Pope Francis: “When you experience bitterness, put your faith in all those who still work for good: in their humility lies the seed of a new world.”
Pope Francis: “When you experience bitterness, put your faith in all those who still work for good: in their humility lies the seed of a new world.”
Millennial editor Robert Christian writes:
The United States is a deeply divided country –economically, racially, politically, and more. And many of these divisions divide American Catholics, despite the pope’s call to embrace solidarity. While the costs of extreme individualism, hyperpolarization, and growing social injustice tear at the seams of the country, the mood of the country, especially among its young people, has become decidedly more pessimistic.
In The Ethics of Encounter, theologian Marcus Mescher describes these “divided states of America.” He describes an age of growing insecurity. Feelings of anxiety and helplessness are rising, as is rage. We often lack the ability to talk to one another or even agree on the basic sets of facts needed for any sort of real dialogue.
It is not surprising that this collapse of community and sense of social responsibilities has paralleled the rise in isolation and loneliness. We see it in people’s behavior online. More time on social media is correlated with higher rates of loneliness, isolation, and insecurity—yet social media remains extraordinarily popular….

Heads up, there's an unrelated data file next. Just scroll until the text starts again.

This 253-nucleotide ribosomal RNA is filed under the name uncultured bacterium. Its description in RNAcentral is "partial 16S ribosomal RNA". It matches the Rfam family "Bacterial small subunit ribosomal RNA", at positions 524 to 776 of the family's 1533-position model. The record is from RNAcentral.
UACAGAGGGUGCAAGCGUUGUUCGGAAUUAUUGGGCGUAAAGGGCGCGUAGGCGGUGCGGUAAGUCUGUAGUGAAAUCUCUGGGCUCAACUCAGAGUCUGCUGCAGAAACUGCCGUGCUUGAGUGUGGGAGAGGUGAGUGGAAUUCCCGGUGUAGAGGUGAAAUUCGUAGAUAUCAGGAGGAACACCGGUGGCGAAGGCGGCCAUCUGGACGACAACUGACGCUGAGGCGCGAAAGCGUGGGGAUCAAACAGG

Without the intimacy of durable close friendships and the stability of a robust civil society, many Americans are losing a sense of purpose and place. The opioid crisis, rise in suicides, and other deaths of despair show how powerful these forces are….
How can the United States reverse these distressing and deadly trends? How can it restore hope and community? How can we overcome some of the deep divisions that stand in the way of needed cooperation and collective action? Mescher is skeptical that tolerance alone is the answer, arguing the problems we face are simply too extensive for it to do the trick.
Something is needed to challenge the assumptions of extreme individualism. Something is needed to get us to look beyond our own self-interest and fixation on maximizing our autonomy and choice. Mescher argues that Christianity has the ability to do this—but it cannot be a watered-down, complacent version of the Christian faith that many have already encountered and found wanting. He has in mind a Christianity that is driven by gratitude and generosity, that repents and atones for past exploitation, that embraces inclusive neighbor love, and that truly works for a more just world. This is a countercultural Christianity that does not make peace with the forces that favor the status quo….